Creating Safe Rock Anchors
The many sport routes being developed in Muir Valley required rock anchors... lots and lots of rock anchors.
In the beginning, Rick and Liz, being outdoor rock climbers, were very familiar with the rock anchors that were installed on sport climbing routes. But, they were not knowledgeable about details of how they were installed. The Webers, of course, wanted to be sure that high quality hardware was being safely installed in the Valley. And, as they were both engineers, they decided to research all the different types of rock anchors used in setting up rock climbing routes and test them when they were installed in the Corbin Sandstone walls of the Valley.
To set up an accurate, realistic testing program necessitated the purchase of laboratory-quality testing apparatus and measuring instruments. Rick Weber, with the help of some of Muir's volunteer route developers, used this equipment to conduct a number of tests on rock anchors installed in Muir's rock.
It is important to note here that a rock anchor system consists of both the hardware and the rock in which it is installed. One particular type of hardware installed in granite will be stronger than its installation in Corbin sandstone. This is because, of course, granite is much stronger than sandstone. Engineers measure the strength of rock as "compressive strength". Granite, as found in Yosemite National Park, has a compressive strength of 19,000 pounds per square inch (psi). Here in the Red River Gorge, our sandstone varies from only 2000 to 9000 psi. This means that it is extremely important to install the best quality hardware using the best tools and techniques. The people developing the rock climbing routes in Muir Valley enthusiastically subscribed to and supported this quality commitment.
Rick Weber drilling a hole for a rock anchor on one of Muir Valley's sandstone walls.
Hydraulic cylinder to provide the pull-out force for a rock anchor
Different types of rock anchors being tested for their pull-out strength
The procedure for creating this type of rock anchor is as follows:
Using a special rotary hammer drill, fitted with a masonry bit, drill a ½-inch diameter into and perpendicular to a rock face to a depth of about 5 inches.
Clean the hole of rock dust created by the drilling.
Insert a ½-inch diameter x 5-inch long expansion bolt through the hole in a hanger bracket (specifically made for rock climbing anchors) and into the hole drilled into the rock until the hanger bracket is flush with the wall.
Using a foot-pound torque wrench, tighten the expansion bolt to 45 foot-pounds of torque.
In about 2007, a new type of rock anchor system was developed by an Englishman, Jim Titt, that showed promise of being even superior in several respects to the expansion bolt/hanger bracket system we had been successfully using. This new bolt was made of 1/4-inch diameter stainless steel rod, twisted into a shape as shown in the accompanying photo. Instead of screwing it into a hole in the rock, a super strong epoxy resin was first injected into the hole, and the bolt was simply inserted and kept in place until the epoxy cured. This type of bolt is referred to as a "twist" or "glue-in". And the testing Weber did on them showed that, generally, they comprised an even stronger hold to the wall than did the expansion bolt anchors. They also had the advantage of resisting loosening, which the expansion bolts did on rare occasions.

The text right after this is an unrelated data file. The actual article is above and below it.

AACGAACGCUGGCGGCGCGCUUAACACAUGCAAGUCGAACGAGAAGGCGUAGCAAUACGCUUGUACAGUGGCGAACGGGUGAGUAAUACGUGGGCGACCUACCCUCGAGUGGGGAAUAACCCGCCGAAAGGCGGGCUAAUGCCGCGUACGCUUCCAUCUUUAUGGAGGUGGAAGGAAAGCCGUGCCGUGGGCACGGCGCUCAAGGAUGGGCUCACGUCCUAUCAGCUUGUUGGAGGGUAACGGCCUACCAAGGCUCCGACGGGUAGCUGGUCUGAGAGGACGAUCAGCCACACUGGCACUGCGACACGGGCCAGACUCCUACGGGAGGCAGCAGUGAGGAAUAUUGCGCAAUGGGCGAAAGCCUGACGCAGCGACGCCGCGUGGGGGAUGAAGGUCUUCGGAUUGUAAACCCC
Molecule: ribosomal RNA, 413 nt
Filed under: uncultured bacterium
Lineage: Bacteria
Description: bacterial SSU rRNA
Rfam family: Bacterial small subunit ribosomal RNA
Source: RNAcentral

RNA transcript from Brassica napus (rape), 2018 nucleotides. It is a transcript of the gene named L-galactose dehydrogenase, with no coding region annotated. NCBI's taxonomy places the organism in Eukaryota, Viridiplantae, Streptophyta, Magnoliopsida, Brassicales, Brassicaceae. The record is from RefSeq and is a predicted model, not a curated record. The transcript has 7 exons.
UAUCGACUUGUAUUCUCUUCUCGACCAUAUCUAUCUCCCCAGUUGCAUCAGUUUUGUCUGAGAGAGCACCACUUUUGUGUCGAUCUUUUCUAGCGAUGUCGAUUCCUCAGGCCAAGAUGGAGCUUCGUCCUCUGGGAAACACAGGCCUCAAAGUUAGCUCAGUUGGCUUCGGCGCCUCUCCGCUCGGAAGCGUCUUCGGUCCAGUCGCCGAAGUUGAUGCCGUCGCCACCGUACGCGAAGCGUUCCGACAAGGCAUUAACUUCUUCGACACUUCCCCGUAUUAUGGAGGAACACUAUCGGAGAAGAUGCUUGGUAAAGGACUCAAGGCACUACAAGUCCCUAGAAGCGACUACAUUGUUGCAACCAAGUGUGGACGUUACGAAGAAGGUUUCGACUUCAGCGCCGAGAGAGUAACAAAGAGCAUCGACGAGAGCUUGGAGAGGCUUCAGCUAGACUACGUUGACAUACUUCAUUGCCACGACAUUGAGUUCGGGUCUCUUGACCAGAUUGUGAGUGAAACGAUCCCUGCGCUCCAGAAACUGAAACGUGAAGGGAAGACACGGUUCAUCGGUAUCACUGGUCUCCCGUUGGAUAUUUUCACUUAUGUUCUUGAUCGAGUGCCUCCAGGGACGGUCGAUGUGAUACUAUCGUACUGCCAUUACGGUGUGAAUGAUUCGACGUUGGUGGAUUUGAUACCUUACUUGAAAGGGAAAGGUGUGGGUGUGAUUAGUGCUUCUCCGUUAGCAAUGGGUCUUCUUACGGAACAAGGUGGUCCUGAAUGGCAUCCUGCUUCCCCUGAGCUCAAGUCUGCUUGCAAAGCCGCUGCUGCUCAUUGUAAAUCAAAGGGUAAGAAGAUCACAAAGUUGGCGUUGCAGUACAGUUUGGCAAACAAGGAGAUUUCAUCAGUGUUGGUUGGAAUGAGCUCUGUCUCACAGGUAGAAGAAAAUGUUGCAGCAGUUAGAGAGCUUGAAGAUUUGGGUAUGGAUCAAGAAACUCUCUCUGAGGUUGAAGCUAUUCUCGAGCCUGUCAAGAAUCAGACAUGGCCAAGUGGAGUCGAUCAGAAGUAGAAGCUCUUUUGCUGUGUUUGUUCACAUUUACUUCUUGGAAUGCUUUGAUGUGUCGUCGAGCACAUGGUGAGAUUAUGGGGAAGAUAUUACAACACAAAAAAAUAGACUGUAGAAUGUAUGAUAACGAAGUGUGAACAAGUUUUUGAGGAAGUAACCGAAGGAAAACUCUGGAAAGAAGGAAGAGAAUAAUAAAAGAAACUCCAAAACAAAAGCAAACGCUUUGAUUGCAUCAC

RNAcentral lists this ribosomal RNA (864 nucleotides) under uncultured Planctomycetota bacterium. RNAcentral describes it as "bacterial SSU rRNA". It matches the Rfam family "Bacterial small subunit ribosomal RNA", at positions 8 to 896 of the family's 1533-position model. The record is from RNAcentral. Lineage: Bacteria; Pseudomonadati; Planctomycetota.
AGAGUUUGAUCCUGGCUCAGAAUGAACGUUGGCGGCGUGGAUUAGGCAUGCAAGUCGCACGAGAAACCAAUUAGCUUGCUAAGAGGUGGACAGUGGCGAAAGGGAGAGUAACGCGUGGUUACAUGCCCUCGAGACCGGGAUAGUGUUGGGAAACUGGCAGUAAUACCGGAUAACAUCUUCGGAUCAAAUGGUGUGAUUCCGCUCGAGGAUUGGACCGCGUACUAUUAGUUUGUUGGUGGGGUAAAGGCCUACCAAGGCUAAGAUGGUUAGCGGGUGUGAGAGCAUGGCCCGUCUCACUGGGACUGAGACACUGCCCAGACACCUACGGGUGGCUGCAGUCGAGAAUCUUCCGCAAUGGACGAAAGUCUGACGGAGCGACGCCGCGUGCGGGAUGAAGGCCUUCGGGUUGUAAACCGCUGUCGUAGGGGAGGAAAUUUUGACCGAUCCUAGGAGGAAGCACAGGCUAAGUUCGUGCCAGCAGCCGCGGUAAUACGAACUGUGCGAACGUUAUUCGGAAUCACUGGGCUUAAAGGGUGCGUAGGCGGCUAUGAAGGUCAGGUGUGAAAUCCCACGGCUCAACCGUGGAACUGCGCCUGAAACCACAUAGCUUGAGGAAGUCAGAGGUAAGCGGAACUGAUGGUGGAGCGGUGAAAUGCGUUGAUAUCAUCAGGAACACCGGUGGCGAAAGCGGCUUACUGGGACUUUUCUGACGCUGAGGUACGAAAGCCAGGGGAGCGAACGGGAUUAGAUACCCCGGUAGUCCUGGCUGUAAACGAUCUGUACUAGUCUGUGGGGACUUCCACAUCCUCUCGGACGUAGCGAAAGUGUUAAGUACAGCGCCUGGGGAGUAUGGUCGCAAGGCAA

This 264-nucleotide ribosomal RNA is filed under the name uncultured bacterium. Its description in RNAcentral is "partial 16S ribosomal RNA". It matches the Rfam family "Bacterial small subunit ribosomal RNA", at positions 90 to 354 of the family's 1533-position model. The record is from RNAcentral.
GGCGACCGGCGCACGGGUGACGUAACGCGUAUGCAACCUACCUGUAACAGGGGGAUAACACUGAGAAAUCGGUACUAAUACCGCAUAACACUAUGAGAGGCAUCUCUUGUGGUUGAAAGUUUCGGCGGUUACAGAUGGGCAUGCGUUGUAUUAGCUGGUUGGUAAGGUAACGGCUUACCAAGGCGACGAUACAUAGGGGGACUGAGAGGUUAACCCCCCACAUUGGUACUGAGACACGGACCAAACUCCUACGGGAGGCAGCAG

In the beginning, the rock anchor of choice was an expansion bolt/hanger bracket assembly. And, these worked very well, many of which are still solidly in place today after almost 20 years from when they were first placed.
In 2004, we discovered that the International Climbing and Mountaineering Federation (UIAA) had established a formal standard for installing rock anchors along with specified forces that an anchor should be able to withstand without failure. Naturally, we were eager to find out if the anchoring system that the route developers were using in Muir Valley could meet this standard. So, Rick Weber set about testing these anchors as installed in Muir Valley's Corbin Sandstone.
Rick: "And, it was both a satisfaction and relief that, indeed, the UIAA-approved hanger brackets we had been affixed to the rock walls with ½-inch diameter expansion bolts in Muir Valley met or exceeded the UIAA Standard 123 for rock anchors." So, the developers of rock climbing routes in Muir – and throughout the Red River Gorge region, for that matter – continued using this anchoring system. These anchors worked very well, many of which are still solidly in place today after almost 20 years from when they were first placed.
Expansion bolt anchor after being pulled out of its hole in a rock face with a force in excess of that required by the UIAA Rock Anchor Standard.
The twist bolt, developed by Jim Titt that is inserted into a hole in the rock that has been filled with a high-strength, long-life epoxy.
Instrumentation and force-generating rig for testing rock anchor bolts set up on a vertical section of one of Muir's Walls.